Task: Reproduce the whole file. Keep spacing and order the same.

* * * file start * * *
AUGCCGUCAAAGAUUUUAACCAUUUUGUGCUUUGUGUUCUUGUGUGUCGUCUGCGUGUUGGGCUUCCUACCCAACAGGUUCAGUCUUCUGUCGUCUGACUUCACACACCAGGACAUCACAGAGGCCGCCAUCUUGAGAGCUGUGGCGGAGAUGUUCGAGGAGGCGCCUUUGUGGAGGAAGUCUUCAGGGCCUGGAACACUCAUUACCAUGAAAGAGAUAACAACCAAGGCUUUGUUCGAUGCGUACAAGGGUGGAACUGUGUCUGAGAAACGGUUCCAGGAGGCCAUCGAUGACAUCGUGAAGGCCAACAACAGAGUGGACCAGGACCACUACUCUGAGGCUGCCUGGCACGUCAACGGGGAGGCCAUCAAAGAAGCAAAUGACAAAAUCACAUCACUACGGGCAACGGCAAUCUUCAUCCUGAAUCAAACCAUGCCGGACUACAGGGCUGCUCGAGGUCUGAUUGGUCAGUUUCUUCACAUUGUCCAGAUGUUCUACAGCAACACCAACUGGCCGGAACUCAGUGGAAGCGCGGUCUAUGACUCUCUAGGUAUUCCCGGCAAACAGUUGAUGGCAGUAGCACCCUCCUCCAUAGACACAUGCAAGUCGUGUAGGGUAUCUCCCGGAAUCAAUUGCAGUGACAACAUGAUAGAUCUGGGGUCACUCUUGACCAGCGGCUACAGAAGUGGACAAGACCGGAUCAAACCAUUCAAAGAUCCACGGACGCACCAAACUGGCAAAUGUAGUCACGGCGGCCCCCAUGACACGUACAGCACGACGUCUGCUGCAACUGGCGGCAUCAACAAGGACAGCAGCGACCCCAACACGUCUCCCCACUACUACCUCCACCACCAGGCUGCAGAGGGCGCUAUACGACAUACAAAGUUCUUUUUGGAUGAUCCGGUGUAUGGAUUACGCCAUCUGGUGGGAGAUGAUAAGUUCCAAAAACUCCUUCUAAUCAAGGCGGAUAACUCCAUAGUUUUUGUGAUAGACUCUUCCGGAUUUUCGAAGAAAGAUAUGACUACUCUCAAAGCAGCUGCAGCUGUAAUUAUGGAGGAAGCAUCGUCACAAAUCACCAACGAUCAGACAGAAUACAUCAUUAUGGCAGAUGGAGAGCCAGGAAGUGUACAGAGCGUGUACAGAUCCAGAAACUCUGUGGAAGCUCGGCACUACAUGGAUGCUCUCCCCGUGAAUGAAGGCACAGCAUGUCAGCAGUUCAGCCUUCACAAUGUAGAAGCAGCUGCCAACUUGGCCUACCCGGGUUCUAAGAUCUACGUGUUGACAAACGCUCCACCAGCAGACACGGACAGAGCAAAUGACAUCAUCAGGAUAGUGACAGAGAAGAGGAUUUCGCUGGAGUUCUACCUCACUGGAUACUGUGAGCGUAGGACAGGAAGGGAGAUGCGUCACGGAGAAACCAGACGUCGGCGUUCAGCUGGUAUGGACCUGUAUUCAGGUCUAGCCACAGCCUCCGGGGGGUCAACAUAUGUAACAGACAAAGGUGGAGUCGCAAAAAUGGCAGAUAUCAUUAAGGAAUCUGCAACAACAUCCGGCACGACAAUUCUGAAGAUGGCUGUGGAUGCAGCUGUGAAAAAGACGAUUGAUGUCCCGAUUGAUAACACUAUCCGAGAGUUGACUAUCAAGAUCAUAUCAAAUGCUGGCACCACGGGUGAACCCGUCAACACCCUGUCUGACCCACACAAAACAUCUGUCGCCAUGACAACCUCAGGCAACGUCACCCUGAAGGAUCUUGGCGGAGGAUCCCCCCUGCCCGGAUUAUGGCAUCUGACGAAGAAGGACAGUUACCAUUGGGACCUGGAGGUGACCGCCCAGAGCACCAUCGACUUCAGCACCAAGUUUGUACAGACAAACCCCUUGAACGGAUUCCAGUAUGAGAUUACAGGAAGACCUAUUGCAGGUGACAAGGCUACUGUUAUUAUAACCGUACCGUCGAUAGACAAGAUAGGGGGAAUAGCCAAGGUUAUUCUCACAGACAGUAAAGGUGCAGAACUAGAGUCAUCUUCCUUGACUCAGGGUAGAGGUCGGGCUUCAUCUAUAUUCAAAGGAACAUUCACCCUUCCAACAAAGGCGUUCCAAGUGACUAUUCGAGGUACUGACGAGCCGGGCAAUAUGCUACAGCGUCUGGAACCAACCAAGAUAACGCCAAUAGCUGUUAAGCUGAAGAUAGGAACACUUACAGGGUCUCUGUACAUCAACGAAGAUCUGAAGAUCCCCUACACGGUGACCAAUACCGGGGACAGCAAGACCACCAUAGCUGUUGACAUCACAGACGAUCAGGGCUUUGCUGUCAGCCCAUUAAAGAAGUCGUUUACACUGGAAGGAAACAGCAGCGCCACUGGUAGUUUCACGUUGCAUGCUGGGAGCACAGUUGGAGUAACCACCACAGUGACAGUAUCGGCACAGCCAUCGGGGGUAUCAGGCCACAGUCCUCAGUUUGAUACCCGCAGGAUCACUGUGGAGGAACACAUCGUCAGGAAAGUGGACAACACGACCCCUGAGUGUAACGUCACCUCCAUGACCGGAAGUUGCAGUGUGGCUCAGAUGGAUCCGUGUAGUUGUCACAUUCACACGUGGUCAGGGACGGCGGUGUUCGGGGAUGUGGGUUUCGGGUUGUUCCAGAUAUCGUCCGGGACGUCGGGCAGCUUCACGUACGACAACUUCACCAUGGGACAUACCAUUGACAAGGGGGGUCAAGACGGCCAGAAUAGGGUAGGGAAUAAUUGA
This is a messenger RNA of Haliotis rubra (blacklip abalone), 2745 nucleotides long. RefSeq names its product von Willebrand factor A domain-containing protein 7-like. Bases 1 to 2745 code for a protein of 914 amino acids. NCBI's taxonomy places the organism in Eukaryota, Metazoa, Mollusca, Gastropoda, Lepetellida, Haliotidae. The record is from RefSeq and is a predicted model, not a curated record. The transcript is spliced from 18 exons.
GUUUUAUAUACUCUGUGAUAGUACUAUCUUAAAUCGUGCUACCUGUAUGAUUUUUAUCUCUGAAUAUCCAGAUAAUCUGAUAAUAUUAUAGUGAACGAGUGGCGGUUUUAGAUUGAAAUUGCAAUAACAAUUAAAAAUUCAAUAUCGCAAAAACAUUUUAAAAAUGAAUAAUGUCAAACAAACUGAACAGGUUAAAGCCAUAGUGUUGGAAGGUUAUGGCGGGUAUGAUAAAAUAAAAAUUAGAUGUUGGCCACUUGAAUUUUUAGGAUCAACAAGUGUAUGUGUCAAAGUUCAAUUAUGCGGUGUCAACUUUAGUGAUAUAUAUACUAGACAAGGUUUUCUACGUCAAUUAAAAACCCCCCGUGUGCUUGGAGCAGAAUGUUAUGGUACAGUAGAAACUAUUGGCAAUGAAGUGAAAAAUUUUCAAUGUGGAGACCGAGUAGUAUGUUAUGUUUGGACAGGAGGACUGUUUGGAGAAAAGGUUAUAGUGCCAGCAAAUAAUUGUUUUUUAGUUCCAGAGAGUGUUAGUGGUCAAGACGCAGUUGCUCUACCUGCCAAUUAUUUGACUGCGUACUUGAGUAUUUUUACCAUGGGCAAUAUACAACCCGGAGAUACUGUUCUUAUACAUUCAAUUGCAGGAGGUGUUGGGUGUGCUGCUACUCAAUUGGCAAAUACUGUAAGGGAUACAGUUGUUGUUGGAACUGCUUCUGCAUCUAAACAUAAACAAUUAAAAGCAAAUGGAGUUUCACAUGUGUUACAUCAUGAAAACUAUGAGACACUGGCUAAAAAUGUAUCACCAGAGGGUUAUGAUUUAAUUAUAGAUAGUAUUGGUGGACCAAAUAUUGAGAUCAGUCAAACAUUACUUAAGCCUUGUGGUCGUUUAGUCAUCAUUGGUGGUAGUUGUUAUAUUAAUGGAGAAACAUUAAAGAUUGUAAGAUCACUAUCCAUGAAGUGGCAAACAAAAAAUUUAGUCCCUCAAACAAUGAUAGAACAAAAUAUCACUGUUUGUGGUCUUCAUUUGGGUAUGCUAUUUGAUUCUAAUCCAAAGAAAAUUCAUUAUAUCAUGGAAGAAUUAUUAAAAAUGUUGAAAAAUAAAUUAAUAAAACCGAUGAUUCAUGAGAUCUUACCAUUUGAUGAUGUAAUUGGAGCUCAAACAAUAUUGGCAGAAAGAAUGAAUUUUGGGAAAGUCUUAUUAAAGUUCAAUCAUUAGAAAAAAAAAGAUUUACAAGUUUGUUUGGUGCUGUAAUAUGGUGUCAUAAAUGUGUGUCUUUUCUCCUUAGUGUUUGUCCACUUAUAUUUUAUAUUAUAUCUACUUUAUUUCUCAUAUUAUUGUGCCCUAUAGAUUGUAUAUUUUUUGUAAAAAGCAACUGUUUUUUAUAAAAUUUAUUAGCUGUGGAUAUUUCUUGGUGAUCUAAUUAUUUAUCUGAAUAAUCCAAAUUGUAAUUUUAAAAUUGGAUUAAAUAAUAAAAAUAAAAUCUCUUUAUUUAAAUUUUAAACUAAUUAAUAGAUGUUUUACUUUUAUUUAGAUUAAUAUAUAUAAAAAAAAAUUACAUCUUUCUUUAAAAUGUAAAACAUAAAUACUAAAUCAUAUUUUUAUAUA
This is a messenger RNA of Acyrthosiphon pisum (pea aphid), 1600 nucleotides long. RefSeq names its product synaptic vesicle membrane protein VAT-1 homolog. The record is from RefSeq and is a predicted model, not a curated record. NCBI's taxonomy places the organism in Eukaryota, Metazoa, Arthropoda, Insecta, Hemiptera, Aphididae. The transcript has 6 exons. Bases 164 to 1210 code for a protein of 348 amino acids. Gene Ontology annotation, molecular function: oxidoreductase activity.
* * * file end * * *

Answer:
AUGCCGUCAAAGAUUUUAACCAUUUUGUGCUUUGUGUUCUUGUGUGUCGUCUGCGUGUUGGGCUUCCUACCCAACAGGUUCAGUCUUCUGUCGUCUGACUUCACACACCAGGACAUCACAGAGGCCGCCAUCUUGAGAGCUGUGGCGGAGAUGUUCGAGGAGGCGCCUUUGUGGAGGAAGUCUUCAGGGCCUGGAACACUCAUUACCAUGAAAGAGAUAACAACCAAGGCUUUGUUCGAUGCGUACAAGGGUGGAACUGUGUCUGAGAAACGGUUCCAGGAGGCCAUCGAUGACAUCGUGAAGGCCAACAACAGAGUGGACCAGGACCACUACUCUGAGGCUGCCUGGCACGUCAACGGGGAGGCCAUCAAAGAAGCAAAUGACAAAAUCACAUCACUACGGGCAACGGCAAUCUUCAUCCUGAAUCAAACCAUGCCGGACUACAGGGCUGCUCGAGGUCUGAUUGGUCAGUUUCUUCACAUUGUCCAGAUGUUCUACAGCAACACCAACUGGCCGGAACUCAGUGGAAGCGCGGUCUAUGACUCUCUAGGUAUUCCCGGCAAACAGUUGAUGGCAGUAGCACCCUCCUCCAUAGACACAUGCAAGUCGUGUAGGGUAUCUCCCGGAAUCAAUUGCAGUGACAACAUGAUAGAUCUGGGGUCACUCUUGACCAGCGGCUACAGAAGUGGACAAGACCGGAUCAAACCAUUCAAAGAUCCACGGACGCACCAAACUGGCAAAUGUAGUCACGGCGGCCCCCAUGACACGUACAGCACGACGUCUGCUGCAACUGGCGGCAUCAACAAGGACAGCAGCGACCCCAACACGUCUCCCCACUACUACCUCCACCACCAGGCUGCAGAGGGCGCUAUACGACAUACAAAGUUCUUUUUGGAUGAUCCGGUGUAUGGAUUACGCCAUCUGGUGGGAGAUGAUAAGUUCCAAAAACUCCUUCUAAUCAAGGCGGAUAACUCCAUAGUUUUUGUGAUAGACUCUUCCGGAUUUUCGAAGAAAGAUAUGACUACUCUCAAAGCAGCUGCAGCUGUAAUUAUGGAGGAAGCAUCGUCACAAAUCACCAACGAUCAGACAGAAUACAUCAUUAUGGCAGAUGGAGAGCCAGGAAGUGUACAGAGCGUGUACAGAUCCAGAAACUCUGUGGAAGCUCGGCACUACAUGGAUGCUCUCCCCGUGAAUGAAGGCACAGCAUGUCAGCAGUUCAGCCUUCACAAUGUAGAAGCAGCUGCCAACUUGGCCUACCCGGGUUCUAAGAUCUACGUGUUGACAAACGCUCCACCAGCAGACACGGACAGAGCAAAUGACAUCAUCAGGAUAGUGACAGAGAAGAGGAUUUCGCUGGAGUUCUACCUCACUGGAUACUGUGAGCGUAGGACAGGAAGGGAGAUGCGUCACGGAGAAACCAGACGUCGGCGUUCAGCUGGUAUGGACCUGUAUUCAGGUCUAGCCACAGCCUCCGGGGGGUCAACAUAUGUAACAGACAAAGGUGGAGUCGCAAAAAUGGCAGAUAUCAUUAAGGAAUCUGCAACAACAUCCGGCACGACAAUUCUGAAGAUGGCUGUGGAUGCAGCUGUGAAAAAGACGAUUGAUGUCCCGAUUGAUAACACUAUCCGAGAGUUGACUAUCAAGAUCAUAUCAAAUGCUGGCACCACGGGUGAACCCGUCAACACCCUGUCUGACCCACACAAAACAUCUGUCGCCAUGACAACCUCAGGCAACGUCACCCUGAAGGAUCUUGGCGGAGGAUCCCCCCUGCCCGGAUUAUGGCAUCUGACGAAGAAGGACAGUUACCAUUGGGACCUGGAGGUGACCGCCCAGAGCACCAUCGACUUCAGCACCAAGUUUGUACAGACAAACCCCUUGAACGGAUUCCAGUAUGAGAUUACAGGAAGACCUAUUGCAGGUGACAAGGCUACUGUUAUUAUAACCGUACCGUCGAUAGACAAGAUAGGGGGAAUAGCCAAGGUUAUUCUCACAGACAGUAAAGGUGCAGAACUAGAGUCAUCUUCCUUGACUCAGGGUAGAGGUCGGGCUUCAUCUAUAUUCAAAGGAACAUUCACCCUUCCAACAAAGGCGUUCCAAGUGACUAUUCGAGGUACUGACGAGCCGGGCAAUAUGCUACAGCGUCUGGAACCAACCAAGAUAACGCCAAUAGCUGUUAAGCUGAAGAUAGGAACACUUACAGGGUCUCUGUACAUCAACGAAGAUCUGAAGAUCCCCUACACGGUGACCAAUACCGGGGACAGCAAGACCACCAUAGCUGUUGACAUCACAGACGAUCAGGGCUUUGCUGUCAGCCCAUUAAAGAAGUCGUUUACACUGGAAGGAAACAGCAGCGCCACUGGUAGUUUCACGUUGCAUGCUGGGAGCACAGUUGGAGUAACCACCACAGUGACAGUAUCGGCACAGCCAUCGGGGGUAUCAGGCCACAGUCCUCAGUUUGAUACCCGCAGGAUCACUGUGGAGGAACACAUCGUCAGGAAAGUGGACAACACGACCCCUGAGUGUAACGUCACCUCCAUGACCGGAAGUUGCAGUGUGGCUCAGAUGGAUCCGUGUAGUUGUCACAUUCACACGUGGUCAGGGACGGCGGUGUUCGGGGAUGUGGGUUUCGGGUUGUUCCAGAUAUCGUCCGGGACGUCGGGCAGCUUCACGUACGACAACUUCACCAUGGGACAUACCAUUGACAAGGGGGGUCAAGACGGCCAGAAUAGGGUAGGGAAUAAUUGA
This is a messenger RNA of Haliotis rubra (blacklip abalone), 2745 nucleotides long. RefSeq names its product von Willebrand factor A domain-containing protein 7-like. Bases 1 to 2745 code for a protein of 914 amino acids. NCBI's taxonomy places the organism in Eukaryota, Metazoa, Mollusca, Gastropoda, Lepetellida, Haliotidae. The record is from RefSeq and is a predicted model, not a curated record. The transcript is spliced from 18 exons.
GUUUUAUAUACUCUGUGAUAGUACUAUCUUAAAUCGUGCUACCUGUAUGAUUUUUAUCUCUGAAUAUCCAGAUAAUCUGAUAAUAUUAUAGUGAACGAGUGGCGGUUUUAGAUUGAAAUUGCAAUAACAAUUAAAAAUUCAAUAUCGCAAAAACAUUUUAAAAAUGAAUAAUGUCAAACAAACUGAACAGGUUAAAGCCAUAGUGUUGGAAGGUUAUGGCGGGUAUGAUAAAAUAAAAAUUAGAUGUUGGCCACUUGAAUUUUUAGGAUCAACAAGUGUAUGUGUCAAAGUUCAAUUAUGCGGUGUCAACUUUAGUGAUAUAUAUACUAGACAAGGUUUUCUACGUCAAUUAAAAACCCCCCGUGUGCUUGGAGCAGAAUGUUAUGGUACAGUAGAAACUAUUGGCAAUGAAGUGAAAAAUUUUCAAUGUGGAGACCGAGUAGUAUGUUAUGUUUGGACAGGAGGACUGUUUGGAGAAAAGGUUAUAGUGCCAGCAAAUAAUUGUUUUUUAGUUCCAGAGAGUGUUAGUGGUCAAGACGCAGUUGCUCUACCUGCCAAUUAUUUGACUGCGUACUUGAGUAUUUUUACCAUGGGCAAUAUACAACCCGGAGAUACUGUUCUUAUACAUUCAAUUGCAGGAGGUGUUGGGUGUGCUGCUACUCAAUUGGCAAAUACUGUAAGGGAUACAGUUGUUGUUGGAACUGCUUCUGCAUCUAAACAUAAACAAUUAAAAGCAAAUGGAGUUUCACAUGUGUUACAUCAUGAAAACUAUGAGACACUGGCUAAAAAUGUAUCACCAGAGGGUUAUGAUUUAAUUAUAGAUAGUAUUGGUGGACCAAAUAUUGAGAUCAGUCAAACAUUACUUAAGCCUUGUGGUCGUUUAGUCAUCAUUGGUGGUAGUUGUUAUAUUAAUGGAGAAACAUUAAAGAUUGUAAGAUCACUAUCCAUGAAGUGGCAAACAAAAAAUUUAGUCCCUCAAACAAUGAUAGAACAAAAUAUCACUGUUUGUGGUCUUCAUUUGGGUAUGCUAUUUGAUUCUAAUCCAAAGAAAAUUCAUUAUAUCAUGGAAGAAUUAUUAAAAAUGUUGAAAAAUAAAUUAAUAAAACCGAUGAUUCAUGAGAUCUUACCAUUUGAUGAUGUAAUUGGAGCUCAAACAAUAUUGGCAGAAAGAAUGAAUUUUGGGAAAGUCUUAUUAAAGUUCAAUCAUUAGAAAAAAAAAGAUUUACAAGUUUGUUUGGUGCUGUAAUAUGGUGUCAUAAAUGUGUGUCUUUUCUCCUUAGUGUUUGUCCACUUAUAUUUUAUAUUAUAUCUACUUUAUUUCUCAUAUUAUUGUGCCCUAUAGAUUGUAUAUUUUUUGUAAAAAGCAACUGUUUUUUAUAAAAUUUAUUAGCUGUGGAUAUUUCUUGGUGAUCUAAUUAUUUAUCUGAAUAAUCCAAAUUGUAAUUUUAAAAUUGGAUUAAAUAAUAAAAAUAAAAUCUCUUUAUUUAAAUUUUAAACUAAUUAAUAGAUGUUUUACUUUUAUUUAGAUUAAUAUAUAUAAAAAAAAAUUACAUCUUUCUUUAAAAUGUAAAACAUAAAUACUAAAUCAUAUUUUUAUAUA
This is a messenger RNA of Acyrthosiphon pisum (pea aphid), 1600 nucleotides long. RefSeq names its product synaptic vesicle membrane protein VAT-1 homolog. The record is from RefSeq and is a predicted model, not a curated record. NCBI's taxonomy places the organism in Eukaryota, Metazoa, Arthropoda, Insecta, Hemiptera, Aphididae. The transcript has 6 exons. Bases 164 to 1210 code for a protein of 348 amino acids. Gene Ontology annotation, molecular function: oxidoreductase activity.